A bit more on the costs of high frequency trading

This is Saturday so I’m going to indulge a topic I find interesting plus we finally get to hear publicly from Tyler Durden at Zerohedge. I wrote the first post on this topic on Slabbed as part of an economic roundup post last month where I featured financial expert John Mauldin’s paper, Buddy, Can You Spare $5 Trillion?.  The post didn’t completely fall on deaf ears as our good friend from the insurance industry Sup recognized the importance of the topics covered.

Tyler Durden has been researching this topic since fall of last year and he has an interesting viewpoint which he blogged on back on the 2nd:

Taking the 6 billion daily average, and applying an average stock price of $20/share and using the assumption that HFTs represent 70% of the volume, while capturing 50% (and according to Zero Hedge sources, this number could be as high as 90%) of the 53 bps average IS spread in 2008 results in HFT slippage capture of over $220 million daily on NYSE stocks alone. And this does not even count rebates. Taking this one step further, assuming 250 trading days in a given year, brings the total annual costs to investors (and revenues to HFT strategies) to over $55 billion. If one expands this methodology to non-NYSE member stocks and exchanges, a reasonable guess for HFT tolls in the US alone to be over $100 billion.

One can see why HFT is a sacred cash cow for the limited group of participants who benefit from “providing liquidity.”

Recently, the market cap of U.S. listed stocks was just under $12 trillion: if the total annual cost to investors is indeed in the $100 billion ballpark, which they fork over to the likes of Goldman, RenTec and others for providing liquidity, it means that the liquidity premium of stock trading has increased to 0.8% of total assets.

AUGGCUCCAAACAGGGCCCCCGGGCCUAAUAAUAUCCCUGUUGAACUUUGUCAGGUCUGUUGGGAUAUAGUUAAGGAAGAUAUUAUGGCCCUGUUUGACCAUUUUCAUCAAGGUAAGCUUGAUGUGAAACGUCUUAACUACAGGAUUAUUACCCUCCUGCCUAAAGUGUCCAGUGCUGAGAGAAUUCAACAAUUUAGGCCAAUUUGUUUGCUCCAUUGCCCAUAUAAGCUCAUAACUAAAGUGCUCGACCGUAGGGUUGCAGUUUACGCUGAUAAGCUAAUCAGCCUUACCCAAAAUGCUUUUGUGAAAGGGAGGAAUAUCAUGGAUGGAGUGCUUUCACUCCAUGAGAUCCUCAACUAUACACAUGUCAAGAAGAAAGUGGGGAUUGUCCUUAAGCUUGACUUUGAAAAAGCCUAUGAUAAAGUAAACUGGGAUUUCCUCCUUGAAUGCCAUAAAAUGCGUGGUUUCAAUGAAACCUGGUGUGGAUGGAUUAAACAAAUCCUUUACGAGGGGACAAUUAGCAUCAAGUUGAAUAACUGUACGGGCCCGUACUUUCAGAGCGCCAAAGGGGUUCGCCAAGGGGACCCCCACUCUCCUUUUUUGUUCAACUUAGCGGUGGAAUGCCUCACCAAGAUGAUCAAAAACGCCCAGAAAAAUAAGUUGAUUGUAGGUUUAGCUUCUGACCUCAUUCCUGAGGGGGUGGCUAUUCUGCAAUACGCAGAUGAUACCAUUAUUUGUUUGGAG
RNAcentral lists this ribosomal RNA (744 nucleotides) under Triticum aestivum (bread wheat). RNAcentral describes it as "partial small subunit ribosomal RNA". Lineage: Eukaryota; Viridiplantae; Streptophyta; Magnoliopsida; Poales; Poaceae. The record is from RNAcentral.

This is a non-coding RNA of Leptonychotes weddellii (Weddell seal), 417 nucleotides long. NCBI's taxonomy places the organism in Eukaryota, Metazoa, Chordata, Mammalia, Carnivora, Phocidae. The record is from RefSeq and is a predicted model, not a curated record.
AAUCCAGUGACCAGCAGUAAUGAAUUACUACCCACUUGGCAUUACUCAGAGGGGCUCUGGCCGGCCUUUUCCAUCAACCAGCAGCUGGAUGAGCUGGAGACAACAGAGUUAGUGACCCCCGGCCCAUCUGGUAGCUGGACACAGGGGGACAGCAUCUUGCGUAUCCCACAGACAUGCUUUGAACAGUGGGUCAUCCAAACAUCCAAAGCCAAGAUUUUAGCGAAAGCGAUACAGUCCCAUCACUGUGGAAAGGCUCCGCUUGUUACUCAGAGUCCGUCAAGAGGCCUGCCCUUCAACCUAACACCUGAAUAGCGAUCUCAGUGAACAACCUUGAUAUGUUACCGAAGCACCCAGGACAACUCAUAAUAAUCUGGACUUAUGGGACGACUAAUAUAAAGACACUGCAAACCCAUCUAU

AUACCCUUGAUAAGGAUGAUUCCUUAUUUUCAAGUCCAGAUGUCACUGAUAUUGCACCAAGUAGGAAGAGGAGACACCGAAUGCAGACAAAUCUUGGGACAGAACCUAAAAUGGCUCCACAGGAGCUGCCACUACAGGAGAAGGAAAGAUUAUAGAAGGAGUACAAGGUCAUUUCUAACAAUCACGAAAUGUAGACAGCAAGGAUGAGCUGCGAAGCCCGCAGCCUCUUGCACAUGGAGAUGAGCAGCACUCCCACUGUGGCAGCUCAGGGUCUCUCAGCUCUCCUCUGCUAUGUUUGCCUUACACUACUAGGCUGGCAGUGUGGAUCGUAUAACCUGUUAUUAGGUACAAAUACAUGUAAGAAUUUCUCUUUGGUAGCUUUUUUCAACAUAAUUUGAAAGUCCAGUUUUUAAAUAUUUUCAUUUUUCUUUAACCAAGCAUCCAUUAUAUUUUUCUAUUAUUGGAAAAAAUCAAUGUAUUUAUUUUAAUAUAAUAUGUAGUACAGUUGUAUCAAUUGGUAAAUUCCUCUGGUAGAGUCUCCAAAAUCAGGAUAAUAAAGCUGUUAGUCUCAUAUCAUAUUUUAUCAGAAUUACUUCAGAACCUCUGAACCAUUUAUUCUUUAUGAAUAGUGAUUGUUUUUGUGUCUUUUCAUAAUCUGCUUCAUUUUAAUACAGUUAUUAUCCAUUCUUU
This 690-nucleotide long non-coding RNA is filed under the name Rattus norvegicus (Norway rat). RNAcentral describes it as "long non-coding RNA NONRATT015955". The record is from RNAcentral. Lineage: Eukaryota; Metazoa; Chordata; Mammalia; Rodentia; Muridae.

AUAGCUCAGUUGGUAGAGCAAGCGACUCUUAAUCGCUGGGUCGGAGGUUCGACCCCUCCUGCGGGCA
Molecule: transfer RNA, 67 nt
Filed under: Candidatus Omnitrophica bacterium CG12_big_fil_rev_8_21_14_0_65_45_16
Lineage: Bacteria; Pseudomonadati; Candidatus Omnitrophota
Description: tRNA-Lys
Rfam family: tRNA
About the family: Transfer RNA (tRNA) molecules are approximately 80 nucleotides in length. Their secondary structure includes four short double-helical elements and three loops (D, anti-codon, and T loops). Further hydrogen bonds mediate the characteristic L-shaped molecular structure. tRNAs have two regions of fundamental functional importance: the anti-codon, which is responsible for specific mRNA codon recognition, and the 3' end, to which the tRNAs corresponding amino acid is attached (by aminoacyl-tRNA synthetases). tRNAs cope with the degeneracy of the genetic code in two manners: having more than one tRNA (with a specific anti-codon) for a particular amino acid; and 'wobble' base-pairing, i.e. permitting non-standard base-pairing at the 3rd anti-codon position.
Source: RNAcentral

Of course, arguments can be made that this is a fair price to pay in exchange for having daily liquidity available (although the debate of whether liquidity=volume is highly relevant) at our fingertips provided by thousands of computers which trade millions of shares every second. The bigger question is what is the potential for abuse of this highly under the cover P&L item, and have firms such as Goldman simply become a toll aggregator as a result of persistent stock churning and liquidity provisioning. As $100 billion is over 0.5% of the recently released GDP, does it not make sense to more actively evaluate whether the HFT market would benefit from some substantial anti-trust intervention, which in turn would promote higher competition and the break up of the highly profitable trading monopoly of a very select few?

Tyler has become so well respected in global finance circles Max Keiser allowed him on his internet show using his nom de guerre. Following is the Youtube embed:


Again notice we see the topic of anti trust pop up in reference to the modern day financial services industry. Repeal of McCarran-Ferguson is one common sense idea Gene Taylor has put forth as a way to get health costs under control through the introduction of free market competition principles into the health insurance equation.